SummaryAbby Sasscer shares 5 easy tips to teach children how to declutter and simplify. Important life skills that will benefit them for the rest of their lives.
I love reminiscing about my preschool days at Marymount Montessori School in the Philippines.
I can still remember what our classroom looked like with our small desks in a circle, organized bins for our manipulatives, and different centers arranged along the walls.
Our teachers did a beautiful job creating a Montessori environment for their nursery and preschool students.
Everything was the perfect size for our little hands. They taught us the phrase, “a place for everything and everything in its place.” They trained us at a young age to put things back in place before starting a new activity.
Now, let’s fast forward to my college days. During one of my Early Childhood Education classes, my professor mentioned that it is never too early to teach children good habits. She stressed the importance of providing children with a healthy environment that is conducive to both learning and the formation of good habits.
Organizing with Containers and Labels
One of the good habits we can teach our children is to organize their things. The best way to do this is to provide our kids with containers, which do a wonderful job of organizing and controlling clutter. Using containers teaches children that there is a designated place for everything and that everything should be put back in its place.
Labeling is also a powerful way of teaching our children organizational skills. Labeling containers helps children learn reading and sorting skills and helps your organization system self-run. In other words, you don’t need to constantly tell the kids where to put their things. The labels should do that for you.
Simple Tips to Start
1. Making Beds:
Teach your children to make their beds as soon as they get up in the morning. If they say it’s too hard, encourage them to pray the Morning Offering as they are making their beds.
Even if their beds don’t look perfect after they are done, what’s more important is that you instill this habit at an early age. (However, if you are a Meticulous Martha like me, feel free to “touch up” their work later on when they’re not looking!)
2. Organizing Toys:
If you have an extra room in the house, consider making it the children’s playroom. If you store toys in the children’s rooms, use labeled containers for easy clean-up.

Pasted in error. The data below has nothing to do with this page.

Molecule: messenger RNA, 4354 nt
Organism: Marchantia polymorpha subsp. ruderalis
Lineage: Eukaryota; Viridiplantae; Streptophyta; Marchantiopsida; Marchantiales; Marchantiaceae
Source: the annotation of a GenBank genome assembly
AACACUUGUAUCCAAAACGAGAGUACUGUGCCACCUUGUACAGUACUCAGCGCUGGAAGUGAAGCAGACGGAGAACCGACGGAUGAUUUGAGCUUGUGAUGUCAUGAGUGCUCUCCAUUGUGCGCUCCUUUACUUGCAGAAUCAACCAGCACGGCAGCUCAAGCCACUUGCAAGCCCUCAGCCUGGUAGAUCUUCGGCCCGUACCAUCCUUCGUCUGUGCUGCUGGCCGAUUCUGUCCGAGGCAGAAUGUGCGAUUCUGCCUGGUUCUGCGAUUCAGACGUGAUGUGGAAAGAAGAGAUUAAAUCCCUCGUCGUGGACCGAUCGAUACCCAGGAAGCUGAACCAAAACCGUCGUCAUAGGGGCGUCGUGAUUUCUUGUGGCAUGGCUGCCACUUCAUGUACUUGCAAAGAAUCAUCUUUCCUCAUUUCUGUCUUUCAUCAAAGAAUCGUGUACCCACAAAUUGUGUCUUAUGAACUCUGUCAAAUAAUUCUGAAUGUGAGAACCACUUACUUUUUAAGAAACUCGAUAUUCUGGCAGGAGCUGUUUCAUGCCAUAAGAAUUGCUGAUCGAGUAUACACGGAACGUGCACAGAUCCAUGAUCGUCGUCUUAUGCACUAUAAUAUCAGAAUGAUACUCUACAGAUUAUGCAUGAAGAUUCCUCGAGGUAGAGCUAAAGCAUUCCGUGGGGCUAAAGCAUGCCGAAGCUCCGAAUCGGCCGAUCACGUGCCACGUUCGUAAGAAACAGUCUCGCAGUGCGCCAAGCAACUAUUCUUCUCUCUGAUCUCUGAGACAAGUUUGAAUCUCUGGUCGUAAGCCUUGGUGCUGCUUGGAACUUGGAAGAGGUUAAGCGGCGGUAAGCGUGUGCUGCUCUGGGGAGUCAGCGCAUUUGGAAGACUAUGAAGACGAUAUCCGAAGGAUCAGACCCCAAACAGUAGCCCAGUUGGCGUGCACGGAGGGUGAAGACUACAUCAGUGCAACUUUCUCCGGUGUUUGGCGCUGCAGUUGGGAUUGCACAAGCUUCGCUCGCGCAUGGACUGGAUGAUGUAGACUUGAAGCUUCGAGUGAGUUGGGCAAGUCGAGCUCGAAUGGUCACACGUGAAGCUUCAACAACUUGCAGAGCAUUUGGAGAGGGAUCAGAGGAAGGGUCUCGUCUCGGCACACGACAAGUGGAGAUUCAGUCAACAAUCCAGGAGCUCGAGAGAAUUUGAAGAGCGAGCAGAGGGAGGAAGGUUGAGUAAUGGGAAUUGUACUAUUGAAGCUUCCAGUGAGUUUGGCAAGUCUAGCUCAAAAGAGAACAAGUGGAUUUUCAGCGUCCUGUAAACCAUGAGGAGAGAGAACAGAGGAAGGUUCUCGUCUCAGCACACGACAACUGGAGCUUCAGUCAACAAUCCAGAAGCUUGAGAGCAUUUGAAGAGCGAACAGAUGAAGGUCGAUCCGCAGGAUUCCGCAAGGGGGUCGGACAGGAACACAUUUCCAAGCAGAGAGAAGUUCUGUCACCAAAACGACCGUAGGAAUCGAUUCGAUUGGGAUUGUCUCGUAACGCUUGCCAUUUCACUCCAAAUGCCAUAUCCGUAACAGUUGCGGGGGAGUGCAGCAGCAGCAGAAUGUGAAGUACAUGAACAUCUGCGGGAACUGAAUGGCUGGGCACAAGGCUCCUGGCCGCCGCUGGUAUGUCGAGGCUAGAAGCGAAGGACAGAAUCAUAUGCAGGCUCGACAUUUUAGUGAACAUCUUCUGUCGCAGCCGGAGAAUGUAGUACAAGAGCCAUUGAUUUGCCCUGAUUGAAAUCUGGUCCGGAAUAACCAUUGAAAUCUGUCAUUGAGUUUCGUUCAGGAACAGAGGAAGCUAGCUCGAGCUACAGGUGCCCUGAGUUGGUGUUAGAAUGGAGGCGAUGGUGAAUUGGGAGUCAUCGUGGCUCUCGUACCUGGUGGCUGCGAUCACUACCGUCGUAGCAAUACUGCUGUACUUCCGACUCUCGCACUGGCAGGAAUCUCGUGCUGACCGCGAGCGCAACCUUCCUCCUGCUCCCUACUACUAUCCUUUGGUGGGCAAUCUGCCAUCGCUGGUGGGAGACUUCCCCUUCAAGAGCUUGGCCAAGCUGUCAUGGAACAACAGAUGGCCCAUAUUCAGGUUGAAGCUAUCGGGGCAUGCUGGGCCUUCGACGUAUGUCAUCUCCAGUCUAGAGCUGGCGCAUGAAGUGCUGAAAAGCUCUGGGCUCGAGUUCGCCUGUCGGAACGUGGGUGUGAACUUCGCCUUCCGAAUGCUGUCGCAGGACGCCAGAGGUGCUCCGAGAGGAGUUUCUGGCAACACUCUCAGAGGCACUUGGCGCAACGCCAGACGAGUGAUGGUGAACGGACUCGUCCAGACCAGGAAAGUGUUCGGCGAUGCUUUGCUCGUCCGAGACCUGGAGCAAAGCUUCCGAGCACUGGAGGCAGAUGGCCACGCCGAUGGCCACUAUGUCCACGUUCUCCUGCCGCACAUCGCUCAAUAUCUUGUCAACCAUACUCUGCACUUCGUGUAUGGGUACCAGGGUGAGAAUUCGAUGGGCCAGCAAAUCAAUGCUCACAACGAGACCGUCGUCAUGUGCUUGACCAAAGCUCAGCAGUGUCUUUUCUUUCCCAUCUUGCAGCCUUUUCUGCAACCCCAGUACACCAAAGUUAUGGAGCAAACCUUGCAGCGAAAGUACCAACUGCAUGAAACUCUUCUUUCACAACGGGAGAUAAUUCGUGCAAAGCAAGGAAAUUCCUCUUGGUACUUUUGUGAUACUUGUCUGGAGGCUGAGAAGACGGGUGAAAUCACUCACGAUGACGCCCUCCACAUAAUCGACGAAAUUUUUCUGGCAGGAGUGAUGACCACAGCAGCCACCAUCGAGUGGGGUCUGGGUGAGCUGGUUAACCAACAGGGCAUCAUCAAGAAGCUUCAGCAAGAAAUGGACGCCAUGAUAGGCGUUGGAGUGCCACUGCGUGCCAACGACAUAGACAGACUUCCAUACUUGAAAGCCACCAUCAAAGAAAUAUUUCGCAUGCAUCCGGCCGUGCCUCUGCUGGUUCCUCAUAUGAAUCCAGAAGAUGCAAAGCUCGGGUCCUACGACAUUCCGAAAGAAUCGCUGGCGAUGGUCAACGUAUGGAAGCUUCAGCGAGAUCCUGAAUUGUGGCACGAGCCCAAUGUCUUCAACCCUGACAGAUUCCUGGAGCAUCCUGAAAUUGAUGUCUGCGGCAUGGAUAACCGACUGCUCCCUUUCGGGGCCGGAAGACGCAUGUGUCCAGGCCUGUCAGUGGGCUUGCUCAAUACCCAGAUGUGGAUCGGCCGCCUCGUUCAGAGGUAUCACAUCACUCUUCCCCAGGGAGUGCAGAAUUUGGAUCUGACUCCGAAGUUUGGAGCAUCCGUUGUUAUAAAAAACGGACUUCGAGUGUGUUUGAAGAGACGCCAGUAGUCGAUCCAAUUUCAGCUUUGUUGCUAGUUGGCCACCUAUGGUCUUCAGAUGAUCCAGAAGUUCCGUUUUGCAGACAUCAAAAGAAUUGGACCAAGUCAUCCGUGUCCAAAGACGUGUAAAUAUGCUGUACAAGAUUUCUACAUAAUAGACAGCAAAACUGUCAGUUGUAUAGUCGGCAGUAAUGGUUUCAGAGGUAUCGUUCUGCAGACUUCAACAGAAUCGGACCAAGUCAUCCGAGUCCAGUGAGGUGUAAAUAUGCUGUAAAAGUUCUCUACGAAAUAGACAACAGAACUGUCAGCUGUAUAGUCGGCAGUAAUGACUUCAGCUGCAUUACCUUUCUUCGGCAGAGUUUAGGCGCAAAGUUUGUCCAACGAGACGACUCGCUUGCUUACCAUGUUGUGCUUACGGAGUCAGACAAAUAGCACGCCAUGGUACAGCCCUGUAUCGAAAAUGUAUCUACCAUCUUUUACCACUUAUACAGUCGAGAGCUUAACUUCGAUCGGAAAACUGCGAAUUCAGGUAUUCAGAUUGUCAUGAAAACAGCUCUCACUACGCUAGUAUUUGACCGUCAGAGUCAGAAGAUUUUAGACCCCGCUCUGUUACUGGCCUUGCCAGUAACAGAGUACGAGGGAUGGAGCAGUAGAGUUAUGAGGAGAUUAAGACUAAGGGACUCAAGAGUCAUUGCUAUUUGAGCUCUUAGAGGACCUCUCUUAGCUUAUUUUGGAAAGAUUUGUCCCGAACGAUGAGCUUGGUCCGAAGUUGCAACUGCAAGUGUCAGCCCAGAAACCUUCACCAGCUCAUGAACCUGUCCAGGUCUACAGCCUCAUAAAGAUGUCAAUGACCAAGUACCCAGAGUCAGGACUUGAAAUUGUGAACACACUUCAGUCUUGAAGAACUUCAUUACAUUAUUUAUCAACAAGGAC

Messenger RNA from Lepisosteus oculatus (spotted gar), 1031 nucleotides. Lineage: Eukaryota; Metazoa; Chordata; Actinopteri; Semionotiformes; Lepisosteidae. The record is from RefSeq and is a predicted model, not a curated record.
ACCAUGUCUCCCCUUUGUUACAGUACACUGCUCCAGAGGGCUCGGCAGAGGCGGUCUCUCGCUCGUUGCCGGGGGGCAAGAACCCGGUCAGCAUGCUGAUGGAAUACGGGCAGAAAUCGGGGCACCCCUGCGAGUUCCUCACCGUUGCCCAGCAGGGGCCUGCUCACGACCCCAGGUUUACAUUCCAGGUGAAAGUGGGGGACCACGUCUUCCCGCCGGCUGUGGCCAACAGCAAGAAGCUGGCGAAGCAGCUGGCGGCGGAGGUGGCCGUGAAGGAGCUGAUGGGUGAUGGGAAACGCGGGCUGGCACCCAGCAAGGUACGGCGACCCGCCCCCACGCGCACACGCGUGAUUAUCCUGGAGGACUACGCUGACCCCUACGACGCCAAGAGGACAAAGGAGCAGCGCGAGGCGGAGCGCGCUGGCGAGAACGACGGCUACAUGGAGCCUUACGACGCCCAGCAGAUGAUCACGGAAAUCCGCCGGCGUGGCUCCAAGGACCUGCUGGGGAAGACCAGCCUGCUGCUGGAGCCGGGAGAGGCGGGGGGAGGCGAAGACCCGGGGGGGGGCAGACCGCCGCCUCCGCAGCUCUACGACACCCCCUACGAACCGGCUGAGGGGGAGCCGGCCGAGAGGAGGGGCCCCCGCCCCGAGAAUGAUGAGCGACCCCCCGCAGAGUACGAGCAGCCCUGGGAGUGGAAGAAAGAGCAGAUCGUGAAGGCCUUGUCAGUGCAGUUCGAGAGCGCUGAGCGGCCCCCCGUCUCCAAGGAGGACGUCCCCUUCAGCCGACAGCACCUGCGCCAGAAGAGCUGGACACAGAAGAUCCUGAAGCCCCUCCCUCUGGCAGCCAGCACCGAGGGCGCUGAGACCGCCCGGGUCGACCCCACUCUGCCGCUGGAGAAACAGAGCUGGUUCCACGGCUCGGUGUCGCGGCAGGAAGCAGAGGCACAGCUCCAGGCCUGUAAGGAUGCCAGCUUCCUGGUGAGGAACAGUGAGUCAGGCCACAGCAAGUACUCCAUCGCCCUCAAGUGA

You can use large buckets, bins, drawers, boxes, crates, etc. You can label these containers “Small,” “Medium”, and “Large Toys”, or “Soft Toys” and “Hard Toys”. If you want to be a bit more specific, you can use categories such as “Dolls & Plushies”, “Blocks & Wheels”, “Music & Drama”, etc. Feel free to use labels that suit your family best!
3. Organizing Clothes:
More and more families are using one room as their laundry and clothes room.
But if clothes must be in each child’s room, there are still ways to get things organized. Choose a place, such as a dresser, shelves, crates, or closets, for all clean clothes. Also designate a place, such as a hamper, basket, box, or laundry room, for all dirty laundry.
Erect hooks behind bedroom doors to hang clothes that can be reused during the week, such as pajamas, Sunday Mass clothes, etc.
4. A Special Things Box:
We all know that children love to keep their own “special things.” You may designate a Special Things Box in each child’s bedroom. The only rule is that all of a child’s special things need to fit inside his or her box.
If fitting everything into one box is not possible, encourage your children to take digital photos of their things and place them in thumb-drives to be kept inside their Special Things Boxes. Also, if your children cannot fit all their treasures into their boxes, some of these items can be donated to local nursing homes to cheer up the elderly. Remind kids that even if they give things away, memories stay in their hearts forever.
5. A “Put Everything Back” Day:
Maintenance is key, not only to having an organized home, but also to making sure things don’t pile up to the point where the clutter gets beyond overwhelming. Maintenance can be done on a weekly, monthly, or quarterly basis. If this is not possible, then schedule a big clean at least once during the summer months.
In our home, Friday is our lightest homeschooling day, and so it is our “Put Everything Back Day.” Books are put back inside each child’s School Box. Papers are recycled.
Pens, pencils, crayons, etc. are put in pencil cases or designated baskets.
Let’s Do This!
Summer is here, and it is a good time to declutter, organize, and simplify our homes. And it’s never too early to teach our little ones these important life skills that will benefit them for the rest of their lives.
Until next time, Happy Summer Simplifying!
Header photo CC sdenness | adobestock.com